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Memantine chemical structure
|ATC code |
|Molecular weight||179.3 g/mol|
|Elimination half-life||60–100 hours|
|Pregnancy category||B2 (Au), B (U.S.)|
|Legal status||S4 (Au), POM (UK), ℞-only (U.S.)|
|Routes of administration||Oral|
Memantine is the first in a novel class of Alzheimer's disease medications acting on the glutamatergic system. Memantine was developed by Merz and licensed to Forest for the U.S. and Lundbeck for selected European and international markets. Memantine is marketed under the brands Axura® and Akatinol® by Merz, Namenda® by Forest and Ebixa® by Lundbeck.
Glutamatergic (NMDA receptor)
A dysfunction of glutamatergic neurotransmission, manifested as neuronal excitotoxicity, is involved in the aetiology of Alzheimer's disease. Targeting the glutamatergic system, specifically NMDA receptors, offers a novel approach to treatment in view of the limited efficacy of existing drugs targeting the cholinergic system.
Memantine is a moderate-affinity voltage-dependent noncompetitive antagonist at glutamatergic NMDA receptors. By binding to the NMDA receptor with a higher affinity than Mg2+ ions, memantine is able to inhibit the prolonged influx of Ca2+ ions which forms the basis of neuronal excitotoxicity. The low-affinity of memantine, however, preserves the physiological function of the receptor as it can still be activated by the relatively high concentrations of glutamate released following depolarisation of the presynaptic neuron.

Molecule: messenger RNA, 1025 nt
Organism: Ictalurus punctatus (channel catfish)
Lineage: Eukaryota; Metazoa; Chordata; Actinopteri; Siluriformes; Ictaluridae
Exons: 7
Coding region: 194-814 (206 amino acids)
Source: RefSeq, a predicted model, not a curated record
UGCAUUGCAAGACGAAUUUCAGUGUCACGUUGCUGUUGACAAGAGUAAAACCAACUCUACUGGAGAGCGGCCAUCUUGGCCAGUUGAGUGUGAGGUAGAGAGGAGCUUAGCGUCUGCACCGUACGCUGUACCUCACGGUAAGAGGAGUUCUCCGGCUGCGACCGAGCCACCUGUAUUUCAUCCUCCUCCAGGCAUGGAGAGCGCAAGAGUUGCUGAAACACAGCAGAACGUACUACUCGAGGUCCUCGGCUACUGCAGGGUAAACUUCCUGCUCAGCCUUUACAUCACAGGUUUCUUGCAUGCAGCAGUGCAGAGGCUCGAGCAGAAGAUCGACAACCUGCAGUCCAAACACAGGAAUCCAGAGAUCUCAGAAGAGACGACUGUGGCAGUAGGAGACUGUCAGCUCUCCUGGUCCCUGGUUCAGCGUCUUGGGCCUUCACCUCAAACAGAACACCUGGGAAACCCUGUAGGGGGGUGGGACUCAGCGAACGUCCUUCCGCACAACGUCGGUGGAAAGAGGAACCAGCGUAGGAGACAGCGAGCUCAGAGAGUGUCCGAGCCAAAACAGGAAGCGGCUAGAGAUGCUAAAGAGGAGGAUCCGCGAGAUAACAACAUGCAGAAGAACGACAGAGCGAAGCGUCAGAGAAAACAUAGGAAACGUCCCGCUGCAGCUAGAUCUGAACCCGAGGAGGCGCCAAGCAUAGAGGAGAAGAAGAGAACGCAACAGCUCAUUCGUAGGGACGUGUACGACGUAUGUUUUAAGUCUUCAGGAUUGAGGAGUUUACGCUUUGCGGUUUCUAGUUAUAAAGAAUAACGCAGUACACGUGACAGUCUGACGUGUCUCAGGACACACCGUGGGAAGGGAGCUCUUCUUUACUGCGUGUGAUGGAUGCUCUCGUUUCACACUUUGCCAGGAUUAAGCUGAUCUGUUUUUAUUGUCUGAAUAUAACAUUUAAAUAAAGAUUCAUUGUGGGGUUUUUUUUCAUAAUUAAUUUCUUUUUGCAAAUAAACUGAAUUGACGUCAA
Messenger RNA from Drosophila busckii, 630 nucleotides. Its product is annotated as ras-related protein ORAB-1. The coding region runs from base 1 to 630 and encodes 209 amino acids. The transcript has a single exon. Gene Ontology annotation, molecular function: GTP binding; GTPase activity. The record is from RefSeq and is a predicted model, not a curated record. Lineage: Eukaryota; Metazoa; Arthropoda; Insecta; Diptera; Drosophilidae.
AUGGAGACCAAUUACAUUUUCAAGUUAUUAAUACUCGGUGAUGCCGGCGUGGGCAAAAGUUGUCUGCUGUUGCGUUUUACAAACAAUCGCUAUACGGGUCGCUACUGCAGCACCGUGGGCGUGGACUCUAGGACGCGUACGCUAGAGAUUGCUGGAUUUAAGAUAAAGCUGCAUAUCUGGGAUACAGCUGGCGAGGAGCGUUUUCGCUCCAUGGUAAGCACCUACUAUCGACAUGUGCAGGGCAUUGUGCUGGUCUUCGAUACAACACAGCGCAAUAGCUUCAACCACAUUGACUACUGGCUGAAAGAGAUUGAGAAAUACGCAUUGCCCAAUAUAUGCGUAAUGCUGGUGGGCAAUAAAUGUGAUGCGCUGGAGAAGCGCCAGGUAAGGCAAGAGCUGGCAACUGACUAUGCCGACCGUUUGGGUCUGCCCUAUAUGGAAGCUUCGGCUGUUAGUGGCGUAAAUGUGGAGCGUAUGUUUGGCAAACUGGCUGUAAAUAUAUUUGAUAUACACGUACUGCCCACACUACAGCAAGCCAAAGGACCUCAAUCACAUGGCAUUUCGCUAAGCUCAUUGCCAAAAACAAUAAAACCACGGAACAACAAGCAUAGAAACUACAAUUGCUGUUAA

Serotonergic (5-HT3 receptor)
Memantine acts as an uncompetitive antagonist at the 5HT3 receptor, with a potency similar to that for the NMDA receptor. The clinical significance of this serotonergic activity in the treatment of Alzheimer's disease is unknown.
Cholinergic (Nicotinic acetylcholine receptor)
Memantine acts as an uncompetetive antagonist at different neuronal nicotinic neuronal receptors (nAChRs) at potencies similar to the NMDA receptor. It has been shown that the number of nicotinic receptors in the brain are reduced in Alzheimer's disease, even in the absence of a general decrease in the number of neurons, and nicotinic receptor agonists are viewed as interesting targets for anti-Alzheimer drugs.
Memantine has been associated with a moderate decrease in clinical deterioration in Alzheimer's disease. A systematic review of randomised controlled trials found that memantine has a small positive effect on cognition, mood, behaviour, and the ability to perform daily activities in moderate to severe Alzheimer's disease, but an unknown effect in mild to moderate disease.
Adverse drug reactions
Memantine is generally well-tolerated. Common adverse drug reactions (≥1% of patients) include: confusion, dizziness, drowsiness, headache, insomnia, agitation, and/or hallucinations. Less common adverse effects include: vomiting, anxiety, hypertonia, cystitis, and increased libido.
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- Pubmed abstract: The molecular basis of memantine action in Alzheimer's disease and other neurologic disorders
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